Last week, we had the exclusive interview with Gaffney, in which he speculated that he wasn’t called as a prosecution witness because his narrative wouldn’t have been much help for the government. Days later, Brown’s lawyer — James Smith of Orlando — commented on Gaffney’s quotes.
He told Action News Jax’s Jenna Bourne that Gaffney was among prosecution witnesses who were “fearful” to talk to him and that if the prosecution had exculpatory evidence, there was an “obligation” to turn it over.
Smith saved up however many objections for his inevitable motion for a new trial. Those who were in the courtroom will recall his languid approach to much of the last trial, however, and will wonder if a new trial with the same old lawyer can lead anywhere but to a conclusion that is foregone to almost everyone not invoicing the former congresswoman.
“Can you stop following me, please?”
Bourne had another interesting story last week, when the Action News Jax reporter chased a controversial City Councilwoman around Council Chambers, asking why she didn’t show up for work.
Bourne confronted Katrina Brown with evidence of Brown’s haphazard attendance at council conclaves — a running joke among media and those in City Hall that suddenly wasn’t so funny when a determined reporter and TV camera chased Brown into the dais, into the green room, and ultimately out of the room altogether.
Brown claimed to have had another meeting at one point; when confronted again, a visibly agitated Brown turned around and asked Bourne to stop following her.
Bourne, the breakout star of the Corrine Brown trial, brought an energy to the production that others in TV didn’t match. The same holds true for Bourne’s City Hall work, in which she demonstrates the best grasp of policy of anyone on the air.
Daily’s Place on track for Saturday soft open
Since construction began August, there have been whispers and grumbles that the process was behind schedule. That said, the facility will be substantially finished by Saturday — enough for its first events.
This will represent a turning point for the stadium complex. City officials justified the capital outlay in 2016 as keeping up with other NFL franchises with capital investment — but without the expense of a new stadium.
It’s a midmarket strategy. And while the city financing $45M gave observers heartburn, the end product likely will be easy to swallow … especially if city leaders can message quickly and aggressively about the positive economic impact from the investment.
Fidelity spinoff is Vega$ bound
Looks like not every Fidelity subsidiary/spinoff will be in Jacksonville after all, per the Jax Daily Record.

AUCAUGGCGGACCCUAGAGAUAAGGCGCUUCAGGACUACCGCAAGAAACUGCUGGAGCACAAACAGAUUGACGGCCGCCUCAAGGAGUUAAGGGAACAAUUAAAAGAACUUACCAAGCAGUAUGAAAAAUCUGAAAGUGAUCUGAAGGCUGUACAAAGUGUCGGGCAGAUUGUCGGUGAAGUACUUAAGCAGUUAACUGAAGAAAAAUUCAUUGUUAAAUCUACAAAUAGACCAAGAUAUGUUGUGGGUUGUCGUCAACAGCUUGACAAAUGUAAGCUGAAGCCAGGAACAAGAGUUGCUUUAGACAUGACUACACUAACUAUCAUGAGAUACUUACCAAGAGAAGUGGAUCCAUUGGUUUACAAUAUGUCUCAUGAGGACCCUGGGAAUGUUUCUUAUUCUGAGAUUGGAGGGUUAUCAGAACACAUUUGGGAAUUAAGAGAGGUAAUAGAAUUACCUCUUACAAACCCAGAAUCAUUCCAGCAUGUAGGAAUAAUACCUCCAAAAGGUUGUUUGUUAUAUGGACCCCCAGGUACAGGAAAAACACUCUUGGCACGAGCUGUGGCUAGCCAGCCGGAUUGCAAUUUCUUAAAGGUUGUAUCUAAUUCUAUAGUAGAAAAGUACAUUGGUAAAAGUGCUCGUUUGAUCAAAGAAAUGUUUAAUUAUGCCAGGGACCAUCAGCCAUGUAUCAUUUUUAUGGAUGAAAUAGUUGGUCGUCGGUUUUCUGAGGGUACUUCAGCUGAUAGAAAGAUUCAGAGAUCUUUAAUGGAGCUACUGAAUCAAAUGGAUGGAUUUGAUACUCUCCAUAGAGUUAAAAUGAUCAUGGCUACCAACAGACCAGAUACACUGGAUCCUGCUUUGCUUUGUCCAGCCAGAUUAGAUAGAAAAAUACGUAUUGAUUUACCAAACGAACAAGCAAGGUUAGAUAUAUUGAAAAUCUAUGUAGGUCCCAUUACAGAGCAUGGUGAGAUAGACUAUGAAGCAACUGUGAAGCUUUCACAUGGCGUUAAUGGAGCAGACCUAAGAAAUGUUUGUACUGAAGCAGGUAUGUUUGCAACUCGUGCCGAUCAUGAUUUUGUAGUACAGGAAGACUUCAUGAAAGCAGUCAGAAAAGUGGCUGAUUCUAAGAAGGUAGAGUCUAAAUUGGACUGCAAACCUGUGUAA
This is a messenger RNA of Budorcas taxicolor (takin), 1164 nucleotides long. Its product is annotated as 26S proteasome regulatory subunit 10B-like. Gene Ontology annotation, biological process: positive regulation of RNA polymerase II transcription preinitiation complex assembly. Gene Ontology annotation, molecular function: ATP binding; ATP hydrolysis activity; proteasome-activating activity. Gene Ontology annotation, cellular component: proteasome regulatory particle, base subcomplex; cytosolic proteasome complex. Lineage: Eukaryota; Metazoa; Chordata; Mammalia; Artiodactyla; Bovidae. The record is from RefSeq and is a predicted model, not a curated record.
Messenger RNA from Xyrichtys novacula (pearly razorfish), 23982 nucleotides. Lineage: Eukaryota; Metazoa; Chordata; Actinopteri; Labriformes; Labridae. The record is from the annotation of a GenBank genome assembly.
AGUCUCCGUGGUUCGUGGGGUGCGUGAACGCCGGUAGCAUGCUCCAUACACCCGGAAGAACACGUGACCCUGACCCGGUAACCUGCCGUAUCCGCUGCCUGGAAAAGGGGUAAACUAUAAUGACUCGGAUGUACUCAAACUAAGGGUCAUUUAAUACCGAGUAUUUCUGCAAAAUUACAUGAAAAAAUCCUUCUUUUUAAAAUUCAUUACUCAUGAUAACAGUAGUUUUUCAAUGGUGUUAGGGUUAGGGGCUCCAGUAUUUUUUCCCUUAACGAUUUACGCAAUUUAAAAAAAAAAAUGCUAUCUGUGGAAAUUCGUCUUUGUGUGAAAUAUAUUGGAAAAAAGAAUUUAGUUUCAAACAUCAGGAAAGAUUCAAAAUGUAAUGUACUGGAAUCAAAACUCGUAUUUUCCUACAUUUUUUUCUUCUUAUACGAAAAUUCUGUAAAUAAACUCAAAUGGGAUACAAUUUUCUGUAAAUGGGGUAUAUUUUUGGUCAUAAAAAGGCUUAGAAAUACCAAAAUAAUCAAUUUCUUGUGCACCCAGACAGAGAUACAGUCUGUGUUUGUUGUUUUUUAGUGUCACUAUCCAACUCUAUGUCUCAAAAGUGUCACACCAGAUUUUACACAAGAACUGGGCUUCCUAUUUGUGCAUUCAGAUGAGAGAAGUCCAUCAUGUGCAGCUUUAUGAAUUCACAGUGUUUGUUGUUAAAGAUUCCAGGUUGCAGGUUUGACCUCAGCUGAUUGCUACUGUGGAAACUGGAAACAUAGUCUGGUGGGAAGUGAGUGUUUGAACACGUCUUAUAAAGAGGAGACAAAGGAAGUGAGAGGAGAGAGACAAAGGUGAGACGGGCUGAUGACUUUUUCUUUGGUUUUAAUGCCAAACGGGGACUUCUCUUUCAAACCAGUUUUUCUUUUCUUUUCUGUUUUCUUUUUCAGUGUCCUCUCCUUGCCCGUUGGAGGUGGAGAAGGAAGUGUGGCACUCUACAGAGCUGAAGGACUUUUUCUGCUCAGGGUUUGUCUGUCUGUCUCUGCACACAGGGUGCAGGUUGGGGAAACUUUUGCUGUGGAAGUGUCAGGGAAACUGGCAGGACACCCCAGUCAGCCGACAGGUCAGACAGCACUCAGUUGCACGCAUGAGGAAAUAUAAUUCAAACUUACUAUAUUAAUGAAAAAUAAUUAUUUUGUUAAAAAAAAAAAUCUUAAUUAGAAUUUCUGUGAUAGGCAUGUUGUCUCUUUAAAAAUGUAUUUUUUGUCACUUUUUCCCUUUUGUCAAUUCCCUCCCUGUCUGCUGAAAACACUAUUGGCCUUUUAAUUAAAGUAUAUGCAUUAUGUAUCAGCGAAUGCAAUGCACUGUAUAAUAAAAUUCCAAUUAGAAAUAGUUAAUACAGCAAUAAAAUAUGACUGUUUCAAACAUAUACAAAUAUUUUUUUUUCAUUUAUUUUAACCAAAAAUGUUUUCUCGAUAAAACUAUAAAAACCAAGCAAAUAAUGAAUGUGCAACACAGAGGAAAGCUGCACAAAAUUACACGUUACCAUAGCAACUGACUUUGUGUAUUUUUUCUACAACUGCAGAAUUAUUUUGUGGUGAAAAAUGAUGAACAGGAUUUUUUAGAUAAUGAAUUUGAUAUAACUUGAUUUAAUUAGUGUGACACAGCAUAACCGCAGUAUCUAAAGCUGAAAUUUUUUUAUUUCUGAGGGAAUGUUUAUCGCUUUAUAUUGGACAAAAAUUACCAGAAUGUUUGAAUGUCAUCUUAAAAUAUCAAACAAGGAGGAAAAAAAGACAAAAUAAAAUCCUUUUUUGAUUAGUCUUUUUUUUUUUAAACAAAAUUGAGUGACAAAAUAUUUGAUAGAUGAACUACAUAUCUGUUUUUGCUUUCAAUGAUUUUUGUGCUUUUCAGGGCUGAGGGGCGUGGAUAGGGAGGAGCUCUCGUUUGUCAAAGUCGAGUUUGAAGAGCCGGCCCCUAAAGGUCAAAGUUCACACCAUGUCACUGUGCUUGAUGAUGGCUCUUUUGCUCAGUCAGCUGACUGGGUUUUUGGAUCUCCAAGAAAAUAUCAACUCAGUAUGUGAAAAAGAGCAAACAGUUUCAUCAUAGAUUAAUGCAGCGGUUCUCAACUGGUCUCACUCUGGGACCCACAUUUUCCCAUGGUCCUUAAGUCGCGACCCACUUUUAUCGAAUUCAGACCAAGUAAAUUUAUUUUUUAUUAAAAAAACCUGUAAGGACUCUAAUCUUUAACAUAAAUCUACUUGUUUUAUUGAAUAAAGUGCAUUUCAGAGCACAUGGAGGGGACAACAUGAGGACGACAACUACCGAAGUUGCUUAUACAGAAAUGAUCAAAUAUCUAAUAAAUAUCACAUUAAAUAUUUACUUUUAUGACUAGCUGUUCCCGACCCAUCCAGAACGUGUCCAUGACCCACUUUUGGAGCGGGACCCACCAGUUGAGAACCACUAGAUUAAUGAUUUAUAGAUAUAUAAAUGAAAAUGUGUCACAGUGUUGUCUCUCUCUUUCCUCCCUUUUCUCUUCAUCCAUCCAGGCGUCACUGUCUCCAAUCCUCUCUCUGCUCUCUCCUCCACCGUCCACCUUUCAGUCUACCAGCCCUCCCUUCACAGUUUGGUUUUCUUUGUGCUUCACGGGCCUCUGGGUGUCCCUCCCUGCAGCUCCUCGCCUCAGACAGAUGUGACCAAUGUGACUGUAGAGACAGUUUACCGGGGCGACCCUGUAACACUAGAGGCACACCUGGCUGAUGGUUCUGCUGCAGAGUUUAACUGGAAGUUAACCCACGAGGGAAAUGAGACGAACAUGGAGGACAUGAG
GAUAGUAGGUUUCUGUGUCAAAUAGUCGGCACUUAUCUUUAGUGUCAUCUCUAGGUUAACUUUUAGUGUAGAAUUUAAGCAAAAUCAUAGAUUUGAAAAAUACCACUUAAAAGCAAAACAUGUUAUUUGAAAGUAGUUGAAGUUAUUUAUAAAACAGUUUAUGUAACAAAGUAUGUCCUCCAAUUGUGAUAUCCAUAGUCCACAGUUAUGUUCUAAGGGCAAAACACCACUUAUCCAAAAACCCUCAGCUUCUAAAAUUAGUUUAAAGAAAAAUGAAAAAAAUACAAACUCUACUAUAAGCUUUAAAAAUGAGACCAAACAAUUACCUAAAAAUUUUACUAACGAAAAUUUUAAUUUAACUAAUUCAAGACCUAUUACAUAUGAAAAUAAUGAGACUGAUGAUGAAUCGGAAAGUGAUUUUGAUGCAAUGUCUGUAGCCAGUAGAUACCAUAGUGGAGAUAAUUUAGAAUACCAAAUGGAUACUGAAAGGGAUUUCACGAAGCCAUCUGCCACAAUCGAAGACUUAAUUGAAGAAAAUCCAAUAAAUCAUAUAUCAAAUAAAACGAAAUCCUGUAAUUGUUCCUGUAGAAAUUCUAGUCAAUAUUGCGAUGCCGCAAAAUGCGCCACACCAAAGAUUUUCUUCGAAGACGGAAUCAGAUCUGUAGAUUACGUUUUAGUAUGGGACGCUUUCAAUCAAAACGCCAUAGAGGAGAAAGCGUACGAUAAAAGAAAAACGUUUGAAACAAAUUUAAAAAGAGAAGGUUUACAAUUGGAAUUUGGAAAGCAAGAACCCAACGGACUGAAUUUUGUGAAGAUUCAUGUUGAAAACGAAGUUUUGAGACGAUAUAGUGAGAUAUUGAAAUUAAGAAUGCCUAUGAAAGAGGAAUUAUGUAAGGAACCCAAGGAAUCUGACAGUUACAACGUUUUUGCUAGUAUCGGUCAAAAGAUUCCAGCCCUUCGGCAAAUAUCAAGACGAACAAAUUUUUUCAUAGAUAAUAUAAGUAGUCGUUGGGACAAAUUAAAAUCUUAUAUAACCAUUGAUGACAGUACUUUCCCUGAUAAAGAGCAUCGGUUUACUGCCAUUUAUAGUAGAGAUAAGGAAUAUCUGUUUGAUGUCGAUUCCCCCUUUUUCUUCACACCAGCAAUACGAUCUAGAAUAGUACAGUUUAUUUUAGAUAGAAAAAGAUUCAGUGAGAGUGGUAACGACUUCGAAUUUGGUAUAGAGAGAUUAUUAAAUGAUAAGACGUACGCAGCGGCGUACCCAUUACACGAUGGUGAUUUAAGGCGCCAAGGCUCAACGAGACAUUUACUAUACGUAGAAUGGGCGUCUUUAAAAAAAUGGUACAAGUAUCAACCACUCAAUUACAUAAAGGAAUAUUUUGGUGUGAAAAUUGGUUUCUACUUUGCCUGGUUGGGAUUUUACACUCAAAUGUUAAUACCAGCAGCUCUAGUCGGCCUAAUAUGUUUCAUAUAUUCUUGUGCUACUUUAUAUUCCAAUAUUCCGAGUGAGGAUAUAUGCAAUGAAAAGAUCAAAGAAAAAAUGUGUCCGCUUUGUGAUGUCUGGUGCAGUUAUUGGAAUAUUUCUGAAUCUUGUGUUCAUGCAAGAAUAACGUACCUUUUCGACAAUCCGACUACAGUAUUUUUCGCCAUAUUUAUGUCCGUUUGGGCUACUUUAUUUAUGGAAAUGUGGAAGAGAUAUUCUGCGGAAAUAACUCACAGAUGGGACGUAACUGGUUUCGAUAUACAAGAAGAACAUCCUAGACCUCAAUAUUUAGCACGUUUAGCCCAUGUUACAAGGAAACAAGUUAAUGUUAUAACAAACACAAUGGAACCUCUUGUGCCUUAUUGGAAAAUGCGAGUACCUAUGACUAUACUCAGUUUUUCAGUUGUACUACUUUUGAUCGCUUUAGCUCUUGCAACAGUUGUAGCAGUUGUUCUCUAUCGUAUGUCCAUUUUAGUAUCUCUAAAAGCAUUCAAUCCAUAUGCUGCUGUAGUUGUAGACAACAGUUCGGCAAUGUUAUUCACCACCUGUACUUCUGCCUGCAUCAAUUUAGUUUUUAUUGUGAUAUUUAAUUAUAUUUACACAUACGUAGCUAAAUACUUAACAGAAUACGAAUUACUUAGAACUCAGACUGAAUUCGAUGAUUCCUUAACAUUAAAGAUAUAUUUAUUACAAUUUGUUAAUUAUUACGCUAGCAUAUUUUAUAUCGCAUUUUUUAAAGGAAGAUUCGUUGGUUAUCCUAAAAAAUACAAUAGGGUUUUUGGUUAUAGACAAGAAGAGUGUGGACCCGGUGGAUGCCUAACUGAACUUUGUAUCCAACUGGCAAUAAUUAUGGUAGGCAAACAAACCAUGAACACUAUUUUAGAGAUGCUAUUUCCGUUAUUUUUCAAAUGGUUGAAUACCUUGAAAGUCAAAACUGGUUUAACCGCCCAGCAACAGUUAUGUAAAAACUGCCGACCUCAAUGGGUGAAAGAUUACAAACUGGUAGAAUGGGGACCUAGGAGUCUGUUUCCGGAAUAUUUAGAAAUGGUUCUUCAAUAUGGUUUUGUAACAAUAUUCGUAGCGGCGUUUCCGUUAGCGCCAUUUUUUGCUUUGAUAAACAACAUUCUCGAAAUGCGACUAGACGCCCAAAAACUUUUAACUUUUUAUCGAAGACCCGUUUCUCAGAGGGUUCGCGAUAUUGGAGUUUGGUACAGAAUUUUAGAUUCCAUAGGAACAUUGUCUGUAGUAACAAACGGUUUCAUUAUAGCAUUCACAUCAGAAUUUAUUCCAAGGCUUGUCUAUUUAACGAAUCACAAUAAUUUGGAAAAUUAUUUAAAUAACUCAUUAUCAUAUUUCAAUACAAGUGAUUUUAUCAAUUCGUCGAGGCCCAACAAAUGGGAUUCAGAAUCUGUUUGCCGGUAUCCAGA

“When Fidelity spins off investment subsidiary Fidelity National Financial Ventures into a new public company called Cannae Holdings Inc., Cannae will set up shop in Las Vegas,” the Daily Record reports.
Part of that is a proximity deal: Fidelity Chairman Bill Foley owns an expansion hockey team set to lace up the skates in America’s gambling capital.
“Cannae basically will be a deal-making company, an area in which Foley has excelled, so it makes sense for the headquarters to be located in his home city,” the Daily Record report continues.
Jazz and the surveillance state
Going to the Jacksonville Jazz Festival this weekend?
Expect a little extra “vetting,” says the Jacksonville Sheriff’s Office.
“When we ask to stop you, wand you, check your bag,” said JSO’s Leonard Propper Wednesday at a news conference at Jacksonville’s City Hall, “there’s a reason for that.”
The Jazz Festival — an outdoor event sprawling over four evenings and three days starting Thursday evening with a jazz piano competition and running through Sunday — is especially vulnerable to security holes, said Propper, as an “outdoor” event with “porous” boundaries.
“It’s going to be a wonderful experience,” Propper added. “There’s going to be a little bit of vetting going on. There’s going to be people watching, people in places observing, and every interaction that we have with somebody is based on a reason.”
“And that reason is — we engage in that consensual conversation … it’s for your safety,” Propper added, urging people to “report anything suspicious” or “creepy.”
Propper’s comments — with a specific focus on security and the inevitability of police interaction — were the unique portion of a promotional event at Jacksonville City Hall, that otherwise was not much dissimilar than other jazz festival pressers in recent years.
JTA seeks to expand regional transportation options
The Jacksonville Transportation Authority is looking at broadening options throughout the region with an autonomous Skyway monorail system, a multimodal transportation hub, adding bus lines and more.